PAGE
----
As many of you know, Lent starts this Wednesday, Ash Wednesday. That means tomorrow’s “Fat Tuesday” is unofficially the last day to party, parade, and partake in all things pointless. Then on Wednesday, all beads and bets are off and we start our 40 days of fasting, praying, and giving…both the giving of and the giving up.
A few days ago a friend posted an interesting twist on the concept of giving something up courtesy the brilliant and inspiring Father Mike Schmitz. Father Mike suggests giving up something “necessary” rather than something arbitrary. In other words, rather than fast from the arbitrary soda or candy, give up something you necessarily should or something that’s hard to say no to. This could be anything from the constant streaming of social media, smoking, or anything that has a hold on you or that you’re attached to but really shouldn’t be. Yeah it’s easy to give up oranges for Lent, but is that really demonstrating self-denial? Instead, how about snacks between meals or shopping online? On the flip-side, much like New Year’s Resolutions, don’t vow to give up something that is the hardest thing ever per se like “I’m going to clean, exercise, and eat healthy every day during Lent.” Lastly, sometimes it’s better to do something rather than not do something. Do more walking. Give more time or money.
But, I digress from the main reason for writing today.
A week or so ago I was reading my daily meditations and was stunned that they both dealt with being yourself and that dirty little thing called comparison. Ironically I read them soon after I returned from my annual college girls trip; a trip we’ve done once-a-year for 17 years running and that I share with four fabulous and fabulously funny and incredible women. Each time I see them I feel blessed to be counted among such an amazing group of girls. Sometimes I ask myself “why me?” or more importantly, “how me?” Then I remind myself that each of us brings something equally important and vital to the trip table, including me. Still, who doesn’t compare themselves and their lives to those we admire and adore?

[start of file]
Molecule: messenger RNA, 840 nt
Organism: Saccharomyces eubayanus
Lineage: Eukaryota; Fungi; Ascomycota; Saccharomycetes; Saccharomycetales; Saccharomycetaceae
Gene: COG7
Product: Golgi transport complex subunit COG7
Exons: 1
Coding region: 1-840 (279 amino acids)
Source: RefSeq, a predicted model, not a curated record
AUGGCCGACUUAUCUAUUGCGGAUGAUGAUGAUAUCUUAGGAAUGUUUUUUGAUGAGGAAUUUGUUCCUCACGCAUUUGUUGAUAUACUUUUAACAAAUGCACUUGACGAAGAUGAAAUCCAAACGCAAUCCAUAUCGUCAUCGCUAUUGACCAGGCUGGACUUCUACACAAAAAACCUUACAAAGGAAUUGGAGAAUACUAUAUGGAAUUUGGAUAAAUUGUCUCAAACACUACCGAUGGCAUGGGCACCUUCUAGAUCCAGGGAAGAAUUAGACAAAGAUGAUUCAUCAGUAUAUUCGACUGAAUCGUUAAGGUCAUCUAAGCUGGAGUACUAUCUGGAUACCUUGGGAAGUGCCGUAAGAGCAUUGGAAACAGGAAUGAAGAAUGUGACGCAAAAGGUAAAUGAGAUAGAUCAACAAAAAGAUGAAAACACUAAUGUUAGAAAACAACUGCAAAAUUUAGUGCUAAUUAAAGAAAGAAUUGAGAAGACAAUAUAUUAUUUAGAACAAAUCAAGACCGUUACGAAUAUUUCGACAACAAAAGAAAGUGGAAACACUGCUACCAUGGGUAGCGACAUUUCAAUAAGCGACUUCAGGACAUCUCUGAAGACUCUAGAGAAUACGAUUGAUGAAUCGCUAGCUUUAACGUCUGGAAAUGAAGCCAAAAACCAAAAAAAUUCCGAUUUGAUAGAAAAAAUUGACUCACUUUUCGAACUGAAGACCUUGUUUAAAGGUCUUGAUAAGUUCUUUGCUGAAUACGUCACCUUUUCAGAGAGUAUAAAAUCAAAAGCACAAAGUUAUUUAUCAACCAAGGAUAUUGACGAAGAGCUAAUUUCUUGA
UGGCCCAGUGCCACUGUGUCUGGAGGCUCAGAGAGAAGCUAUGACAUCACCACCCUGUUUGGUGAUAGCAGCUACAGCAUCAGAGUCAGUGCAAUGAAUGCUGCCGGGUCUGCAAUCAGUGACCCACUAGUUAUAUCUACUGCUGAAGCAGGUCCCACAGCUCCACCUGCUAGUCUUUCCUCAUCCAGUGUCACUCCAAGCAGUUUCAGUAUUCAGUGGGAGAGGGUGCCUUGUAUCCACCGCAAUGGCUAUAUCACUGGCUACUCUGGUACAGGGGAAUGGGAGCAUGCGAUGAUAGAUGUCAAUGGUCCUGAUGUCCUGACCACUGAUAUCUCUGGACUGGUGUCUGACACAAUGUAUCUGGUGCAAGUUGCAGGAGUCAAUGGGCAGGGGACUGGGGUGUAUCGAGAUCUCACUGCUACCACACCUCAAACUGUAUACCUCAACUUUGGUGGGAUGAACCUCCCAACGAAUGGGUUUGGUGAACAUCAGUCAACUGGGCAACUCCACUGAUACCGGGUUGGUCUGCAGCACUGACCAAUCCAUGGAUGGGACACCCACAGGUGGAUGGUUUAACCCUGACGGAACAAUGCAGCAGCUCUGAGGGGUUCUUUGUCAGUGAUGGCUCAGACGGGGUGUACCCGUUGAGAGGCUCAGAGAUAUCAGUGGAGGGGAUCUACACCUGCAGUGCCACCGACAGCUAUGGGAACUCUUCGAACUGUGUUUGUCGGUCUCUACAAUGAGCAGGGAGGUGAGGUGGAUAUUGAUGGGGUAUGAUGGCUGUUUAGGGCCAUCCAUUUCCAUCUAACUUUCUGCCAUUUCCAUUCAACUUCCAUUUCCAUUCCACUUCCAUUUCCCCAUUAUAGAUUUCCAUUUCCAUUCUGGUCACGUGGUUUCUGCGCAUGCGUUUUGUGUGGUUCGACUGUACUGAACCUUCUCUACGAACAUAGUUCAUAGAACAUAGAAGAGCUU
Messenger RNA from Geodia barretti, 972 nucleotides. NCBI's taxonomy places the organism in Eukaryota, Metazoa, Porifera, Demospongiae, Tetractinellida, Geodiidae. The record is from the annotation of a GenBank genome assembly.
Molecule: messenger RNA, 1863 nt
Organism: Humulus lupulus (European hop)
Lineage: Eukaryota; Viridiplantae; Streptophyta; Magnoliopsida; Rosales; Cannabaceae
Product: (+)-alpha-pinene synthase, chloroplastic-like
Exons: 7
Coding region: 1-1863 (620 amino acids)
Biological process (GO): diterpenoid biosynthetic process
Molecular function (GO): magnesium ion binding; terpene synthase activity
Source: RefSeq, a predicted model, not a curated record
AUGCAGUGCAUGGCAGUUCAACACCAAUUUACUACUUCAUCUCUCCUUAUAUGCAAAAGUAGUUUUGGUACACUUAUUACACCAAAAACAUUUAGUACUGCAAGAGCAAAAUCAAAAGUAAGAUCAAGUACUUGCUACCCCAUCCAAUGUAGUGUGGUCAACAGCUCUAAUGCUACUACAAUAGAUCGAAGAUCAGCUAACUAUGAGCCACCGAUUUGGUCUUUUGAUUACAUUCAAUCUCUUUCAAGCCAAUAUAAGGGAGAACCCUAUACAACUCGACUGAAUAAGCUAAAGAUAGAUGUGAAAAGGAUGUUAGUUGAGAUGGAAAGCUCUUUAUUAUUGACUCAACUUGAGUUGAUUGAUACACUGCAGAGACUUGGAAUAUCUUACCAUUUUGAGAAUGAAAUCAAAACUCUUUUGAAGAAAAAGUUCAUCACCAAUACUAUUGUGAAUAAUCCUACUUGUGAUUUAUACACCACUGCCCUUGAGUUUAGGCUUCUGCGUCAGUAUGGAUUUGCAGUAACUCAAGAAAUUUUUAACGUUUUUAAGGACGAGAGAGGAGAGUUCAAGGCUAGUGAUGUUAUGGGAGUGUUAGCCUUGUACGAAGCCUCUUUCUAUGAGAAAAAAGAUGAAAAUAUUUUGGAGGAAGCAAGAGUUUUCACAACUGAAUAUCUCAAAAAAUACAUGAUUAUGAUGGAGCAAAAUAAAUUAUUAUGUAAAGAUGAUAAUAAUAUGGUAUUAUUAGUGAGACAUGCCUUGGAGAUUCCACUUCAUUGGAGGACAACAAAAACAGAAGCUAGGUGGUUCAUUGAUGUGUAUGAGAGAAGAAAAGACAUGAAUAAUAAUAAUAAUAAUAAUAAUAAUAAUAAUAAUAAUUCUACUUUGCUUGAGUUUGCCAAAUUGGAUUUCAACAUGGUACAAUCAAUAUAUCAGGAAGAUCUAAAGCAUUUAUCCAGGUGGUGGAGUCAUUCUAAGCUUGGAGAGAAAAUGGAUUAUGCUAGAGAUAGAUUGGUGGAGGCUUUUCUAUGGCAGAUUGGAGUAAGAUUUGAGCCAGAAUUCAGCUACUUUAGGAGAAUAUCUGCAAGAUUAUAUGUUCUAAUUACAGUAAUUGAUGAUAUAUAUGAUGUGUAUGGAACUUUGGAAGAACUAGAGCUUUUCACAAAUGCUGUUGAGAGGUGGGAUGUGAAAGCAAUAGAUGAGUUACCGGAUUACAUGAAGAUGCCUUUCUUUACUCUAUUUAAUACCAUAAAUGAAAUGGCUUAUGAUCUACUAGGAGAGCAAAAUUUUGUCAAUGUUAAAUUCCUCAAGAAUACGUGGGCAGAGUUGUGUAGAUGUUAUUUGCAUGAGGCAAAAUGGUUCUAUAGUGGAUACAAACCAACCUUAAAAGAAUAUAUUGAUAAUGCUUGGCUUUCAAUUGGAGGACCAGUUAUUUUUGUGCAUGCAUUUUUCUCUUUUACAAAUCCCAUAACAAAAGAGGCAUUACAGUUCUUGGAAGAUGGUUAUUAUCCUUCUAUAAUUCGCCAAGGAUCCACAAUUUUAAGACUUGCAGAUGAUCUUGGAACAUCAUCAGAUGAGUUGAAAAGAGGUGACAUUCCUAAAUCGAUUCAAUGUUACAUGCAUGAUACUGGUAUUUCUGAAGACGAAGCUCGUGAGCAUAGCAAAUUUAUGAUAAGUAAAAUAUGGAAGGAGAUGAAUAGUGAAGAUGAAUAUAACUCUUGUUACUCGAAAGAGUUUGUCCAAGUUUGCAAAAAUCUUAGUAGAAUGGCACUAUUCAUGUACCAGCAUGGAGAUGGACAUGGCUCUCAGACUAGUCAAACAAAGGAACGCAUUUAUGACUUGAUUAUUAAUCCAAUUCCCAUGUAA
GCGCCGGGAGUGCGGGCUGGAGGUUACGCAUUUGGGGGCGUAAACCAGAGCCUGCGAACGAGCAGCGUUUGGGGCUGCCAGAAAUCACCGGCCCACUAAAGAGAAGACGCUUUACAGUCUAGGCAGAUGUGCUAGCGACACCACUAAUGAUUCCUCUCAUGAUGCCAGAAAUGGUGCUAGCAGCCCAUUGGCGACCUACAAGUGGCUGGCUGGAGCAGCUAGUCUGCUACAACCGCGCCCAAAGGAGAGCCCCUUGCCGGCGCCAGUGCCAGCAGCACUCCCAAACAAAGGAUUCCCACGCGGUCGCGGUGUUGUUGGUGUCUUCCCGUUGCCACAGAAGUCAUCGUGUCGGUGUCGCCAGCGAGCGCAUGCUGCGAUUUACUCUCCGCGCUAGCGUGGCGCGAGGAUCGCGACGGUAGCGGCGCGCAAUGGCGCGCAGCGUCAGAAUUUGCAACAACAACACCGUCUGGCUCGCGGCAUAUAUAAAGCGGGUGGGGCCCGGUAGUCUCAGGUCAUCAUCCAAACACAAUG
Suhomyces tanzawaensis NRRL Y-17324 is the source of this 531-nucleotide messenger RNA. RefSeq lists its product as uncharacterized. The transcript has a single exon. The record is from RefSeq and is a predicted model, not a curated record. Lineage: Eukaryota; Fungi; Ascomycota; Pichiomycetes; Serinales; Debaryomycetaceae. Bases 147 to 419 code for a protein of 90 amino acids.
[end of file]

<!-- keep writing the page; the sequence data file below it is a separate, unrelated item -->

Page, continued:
So with that in mind, what better thing (among many) to work on giving up for Lent then comparing ourselves to others?
As the passage I read started with, we live in a copycat society in which we often set our sights on being like so-and-so or the next so-and-so as the classic above photo from days gone by of Sophia Lauren and Jayne Mansfield so perfectly depicts. Even someone as beautiful, talented, and lauded as Ms. Lauren fell victim to comparing and contrasting. Someone needed to tell her….and tell all of us…that we all need to just walk our walk, talk our talk, and build our success on authenticity not duplicity. God created each one of us as an original so maybe it’s time we stop trying to be imitations.
There’s nothing wrong with having role models, goals, and ambitions, but when those turn into envy or “I’m not good enough” thoughts, it’s time to re-evaluate. There will always be someone smarter, prettier, richer, and whatever more than you. News flash all you perfect beings: you aren’t perfect. No one is.
We also live in a competitive society however, so if you must compare, why not compare yourself to others who are generous, kind, honest, hard-working, and faith-filled? Rather than thriving on being perfect or complimented, strive to be respected and valued.
Likening ourselves to others is actually so prevalent (thank you social media) that Harvard professor Thomas J. DeLong notes a disturbing trend he calls “comparison obsession.” His analysis shows that everyone from doctors and lawyers to school kids and senior citizens are obsessed with comparing their own achievements against those of others. And not in a good way.
He goes on to say that when you define success based on external rather than internal criteria, you diminish your satisfaction and contentment. Makes sense, right? As long as your life is ruled by keeping up you will probably never keep the inner peace.
Scripture itself warns us of this when it cautions to not become so proud that you look down on others or to become jealous and covet what others have. Envy, after all, is one of the seven deadly sins as it makes us blind to the goodness of God in our lives because we are consumed with what we don’t have. It can also result in sorrow and sadness and even sometimes hate and depression. When we live in a constant state of comparison and envy, we fail to see what God has given us and we might even start to believe He is unfair. But, who can forget that King Saul tried to dress David up as something he wasn’t before he took on Goliath. David stayed true to himself and the rest is biblical history.
So for the upcoming 40 days of Lent, let’s give up comparing ourselves and our lives to those of others and instead count our blessings and remind ourselves to stay authentic, that we are all uniquely made, and are indeed good enough to just bloom.